Napa, Calif. — At the fall Cosmetic Bootcamp (CBC), an expert explained how recent compounding regulations can help core aesthetic practices.
A relatively new section of the Federal Food, Drug and Cosmetic Act Section 503B allows physicians to order from FDA-registered 503B outsourcing facilities. Wm. Philip Werschler, M.D., said, “Congress and the FDA recognized the need for compounded medications but insisted that they be made in a quality environment.” He is a Spokane, Washington-based dermatologist in private practice and a clinical teaching professor at the University of Washington.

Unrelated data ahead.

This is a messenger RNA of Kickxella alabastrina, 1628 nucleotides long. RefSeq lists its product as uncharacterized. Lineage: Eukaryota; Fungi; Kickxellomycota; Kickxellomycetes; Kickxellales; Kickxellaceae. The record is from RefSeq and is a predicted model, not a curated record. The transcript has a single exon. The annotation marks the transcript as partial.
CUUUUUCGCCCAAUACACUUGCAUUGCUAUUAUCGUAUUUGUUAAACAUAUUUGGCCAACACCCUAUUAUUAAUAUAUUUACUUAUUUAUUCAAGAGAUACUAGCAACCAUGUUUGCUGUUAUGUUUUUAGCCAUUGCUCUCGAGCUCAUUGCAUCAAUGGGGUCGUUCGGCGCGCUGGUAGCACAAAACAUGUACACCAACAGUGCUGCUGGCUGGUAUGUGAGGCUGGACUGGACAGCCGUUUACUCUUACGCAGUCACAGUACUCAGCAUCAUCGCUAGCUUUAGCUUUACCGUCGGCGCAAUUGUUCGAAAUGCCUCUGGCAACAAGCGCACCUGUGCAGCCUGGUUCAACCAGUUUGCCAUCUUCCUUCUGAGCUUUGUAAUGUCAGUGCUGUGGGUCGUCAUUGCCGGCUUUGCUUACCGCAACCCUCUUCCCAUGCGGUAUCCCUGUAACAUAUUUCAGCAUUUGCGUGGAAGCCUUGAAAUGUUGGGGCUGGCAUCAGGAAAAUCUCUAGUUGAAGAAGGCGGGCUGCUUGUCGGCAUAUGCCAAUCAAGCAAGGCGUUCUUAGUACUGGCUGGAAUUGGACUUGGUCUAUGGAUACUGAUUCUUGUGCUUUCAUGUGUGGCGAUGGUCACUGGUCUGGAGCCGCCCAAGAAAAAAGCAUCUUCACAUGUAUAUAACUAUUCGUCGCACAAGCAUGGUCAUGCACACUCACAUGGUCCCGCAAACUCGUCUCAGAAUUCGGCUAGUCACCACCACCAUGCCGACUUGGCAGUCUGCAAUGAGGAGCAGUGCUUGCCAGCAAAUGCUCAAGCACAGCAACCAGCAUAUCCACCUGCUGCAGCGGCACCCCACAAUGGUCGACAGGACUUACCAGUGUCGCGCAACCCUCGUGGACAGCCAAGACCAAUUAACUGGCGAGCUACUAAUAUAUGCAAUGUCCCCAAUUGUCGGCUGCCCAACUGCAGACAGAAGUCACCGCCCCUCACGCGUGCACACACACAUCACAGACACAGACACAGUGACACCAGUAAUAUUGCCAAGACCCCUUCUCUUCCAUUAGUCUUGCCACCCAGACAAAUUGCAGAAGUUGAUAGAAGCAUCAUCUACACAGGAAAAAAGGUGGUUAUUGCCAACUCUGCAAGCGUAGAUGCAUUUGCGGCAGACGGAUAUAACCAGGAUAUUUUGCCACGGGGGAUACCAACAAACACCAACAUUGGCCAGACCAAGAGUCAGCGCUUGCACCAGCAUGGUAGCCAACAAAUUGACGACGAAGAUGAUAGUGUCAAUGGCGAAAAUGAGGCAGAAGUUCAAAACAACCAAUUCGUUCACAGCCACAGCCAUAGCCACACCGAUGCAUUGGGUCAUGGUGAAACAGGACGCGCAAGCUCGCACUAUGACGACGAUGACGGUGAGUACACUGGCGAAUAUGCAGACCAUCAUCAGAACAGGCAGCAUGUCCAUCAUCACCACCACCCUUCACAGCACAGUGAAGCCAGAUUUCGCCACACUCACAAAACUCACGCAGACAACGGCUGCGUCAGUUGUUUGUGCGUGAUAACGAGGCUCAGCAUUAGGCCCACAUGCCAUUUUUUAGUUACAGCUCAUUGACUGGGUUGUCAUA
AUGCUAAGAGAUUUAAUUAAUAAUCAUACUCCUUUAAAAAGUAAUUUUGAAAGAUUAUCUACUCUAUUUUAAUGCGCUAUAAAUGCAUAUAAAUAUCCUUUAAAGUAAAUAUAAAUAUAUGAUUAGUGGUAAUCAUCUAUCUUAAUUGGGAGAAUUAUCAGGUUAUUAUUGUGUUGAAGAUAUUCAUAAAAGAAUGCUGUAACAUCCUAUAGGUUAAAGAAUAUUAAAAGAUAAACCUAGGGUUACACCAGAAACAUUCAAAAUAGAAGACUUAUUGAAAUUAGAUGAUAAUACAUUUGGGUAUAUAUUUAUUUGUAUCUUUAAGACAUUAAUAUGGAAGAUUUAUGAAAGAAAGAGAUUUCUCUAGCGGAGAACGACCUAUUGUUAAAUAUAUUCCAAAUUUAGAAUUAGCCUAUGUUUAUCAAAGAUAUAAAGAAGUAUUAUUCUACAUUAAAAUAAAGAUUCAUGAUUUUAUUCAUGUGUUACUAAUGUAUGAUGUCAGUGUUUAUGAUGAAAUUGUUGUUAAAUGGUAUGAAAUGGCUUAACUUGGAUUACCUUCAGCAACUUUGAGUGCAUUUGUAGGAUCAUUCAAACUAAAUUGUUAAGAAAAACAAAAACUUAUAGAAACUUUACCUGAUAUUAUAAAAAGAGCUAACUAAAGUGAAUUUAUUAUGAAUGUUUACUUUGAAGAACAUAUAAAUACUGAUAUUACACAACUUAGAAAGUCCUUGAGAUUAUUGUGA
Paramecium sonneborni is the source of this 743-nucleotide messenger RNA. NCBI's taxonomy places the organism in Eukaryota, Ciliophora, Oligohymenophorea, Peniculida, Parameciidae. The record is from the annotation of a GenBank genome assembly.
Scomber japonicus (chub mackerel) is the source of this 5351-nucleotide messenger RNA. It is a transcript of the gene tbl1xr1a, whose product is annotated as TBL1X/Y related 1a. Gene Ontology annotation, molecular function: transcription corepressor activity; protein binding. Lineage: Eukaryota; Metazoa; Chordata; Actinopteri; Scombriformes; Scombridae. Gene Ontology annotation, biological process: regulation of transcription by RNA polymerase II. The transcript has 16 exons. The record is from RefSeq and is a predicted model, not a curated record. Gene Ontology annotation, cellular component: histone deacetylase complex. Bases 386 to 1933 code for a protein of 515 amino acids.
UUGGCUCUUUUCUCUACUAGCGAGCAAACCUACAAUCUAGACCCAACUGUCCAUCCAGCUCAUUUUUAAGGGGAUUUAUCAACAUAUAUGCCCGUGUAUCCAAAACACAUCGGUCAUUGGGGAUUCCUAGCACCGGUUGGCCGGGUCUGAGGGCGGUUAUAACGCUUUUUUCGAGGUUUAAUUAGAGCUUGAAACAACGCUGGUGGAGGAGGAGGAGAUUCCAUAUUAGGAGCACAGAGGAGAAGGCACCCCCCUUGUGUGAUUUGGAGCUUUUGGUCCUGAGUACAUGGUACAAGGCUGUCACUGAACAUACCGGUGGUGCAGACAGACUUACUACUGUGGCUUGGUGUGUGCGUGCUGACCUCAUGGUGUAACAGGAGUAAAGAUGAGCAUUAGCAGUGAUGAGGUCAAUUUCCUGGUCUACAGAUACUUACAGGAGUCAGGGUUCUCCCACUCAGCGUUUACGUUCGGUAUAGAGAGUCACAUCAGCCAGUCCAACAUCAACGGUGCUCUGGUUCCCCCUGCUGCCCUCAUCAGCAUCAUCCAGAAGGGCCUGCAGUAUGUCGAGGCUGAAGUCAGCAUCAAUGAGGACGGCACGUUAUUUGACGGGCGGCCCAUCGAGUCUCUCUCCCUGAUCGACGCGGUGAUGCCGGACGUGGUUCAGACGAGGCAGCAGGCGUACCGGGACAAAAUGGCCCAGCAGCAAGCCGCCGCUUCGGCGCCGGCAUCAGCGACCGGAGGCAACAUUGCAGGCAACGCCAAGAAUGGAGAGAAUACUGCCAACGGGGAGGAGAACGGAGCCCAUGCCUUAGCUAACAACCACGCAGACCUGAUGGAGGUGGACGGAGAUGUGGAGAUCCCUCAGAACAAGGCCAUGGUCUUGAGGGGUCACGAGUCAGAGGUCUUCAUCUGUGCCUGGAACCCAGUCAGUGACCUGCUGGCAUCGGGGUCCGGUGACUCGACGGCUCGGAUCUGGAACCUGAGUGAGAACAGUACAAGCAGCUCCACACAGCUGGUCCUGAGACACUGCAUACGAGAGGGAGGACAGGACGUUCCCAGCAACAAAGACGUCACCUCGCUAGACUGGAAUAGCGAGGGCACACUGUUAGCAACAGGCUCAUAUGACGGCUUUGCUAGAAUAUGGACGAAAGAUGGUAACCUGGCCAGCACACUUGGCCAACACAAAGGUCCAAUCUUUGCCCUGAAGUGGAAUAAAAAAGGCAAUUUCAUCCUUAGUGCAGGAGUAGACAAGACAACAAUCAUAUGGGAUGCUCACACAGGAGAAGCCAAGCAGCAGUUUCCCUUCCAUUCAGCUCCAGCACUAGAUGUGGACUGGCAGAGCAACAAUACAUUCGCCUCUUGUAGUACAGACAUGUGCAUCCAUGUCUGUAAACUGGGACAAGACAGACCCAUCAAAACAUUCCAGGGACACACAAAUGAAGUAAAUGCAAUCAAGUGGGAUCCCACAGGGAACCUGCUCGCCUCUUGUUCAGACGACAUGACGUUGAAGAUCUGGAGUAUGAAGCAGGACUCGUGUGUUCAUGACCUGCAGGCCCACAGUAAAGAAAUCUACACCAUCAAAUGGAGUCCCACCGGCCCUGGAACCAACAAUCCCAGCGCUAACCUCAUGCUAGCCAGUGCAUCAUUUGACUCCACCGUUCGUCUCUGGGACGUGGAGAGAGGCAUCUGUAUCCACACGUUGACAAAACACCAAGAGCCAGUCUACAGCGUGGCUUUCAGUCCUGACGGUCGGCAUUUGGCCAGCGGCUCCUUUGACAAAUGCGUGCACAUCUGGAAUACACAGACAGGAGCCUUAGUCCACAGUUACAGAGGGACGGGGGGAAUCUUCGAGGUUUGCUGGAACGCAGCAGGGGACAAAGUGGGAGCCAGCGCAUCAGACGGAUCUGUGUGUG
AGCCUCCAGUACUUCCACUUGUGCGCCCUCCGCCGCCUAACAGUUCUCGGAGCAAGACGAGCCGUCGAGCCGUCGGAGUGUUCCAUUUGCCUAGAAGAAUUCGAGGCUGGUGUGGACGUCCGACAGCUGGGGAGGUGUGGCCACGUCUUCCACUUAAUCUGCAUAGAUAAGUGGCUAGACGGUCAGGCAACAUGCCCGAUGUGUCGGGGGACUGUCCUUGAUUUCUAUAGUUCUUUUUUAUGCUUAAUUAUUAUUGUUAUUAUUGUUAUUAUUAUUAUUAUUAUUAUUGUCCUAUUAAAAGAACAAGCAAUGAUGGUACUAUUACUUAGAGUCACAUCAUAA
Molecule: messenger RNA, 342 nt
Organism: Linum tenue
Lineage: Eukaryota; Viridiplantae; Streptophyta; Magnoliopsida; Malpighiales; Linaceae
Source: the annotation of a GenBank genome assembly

Rather than having to write individualized prescriptions that each patient would take to a compounding pharmacy, physicians now may keep approximately a 3-month supply of compounded inventory on hand. “That was a significant fundamental change in how a dermatology office operates.”
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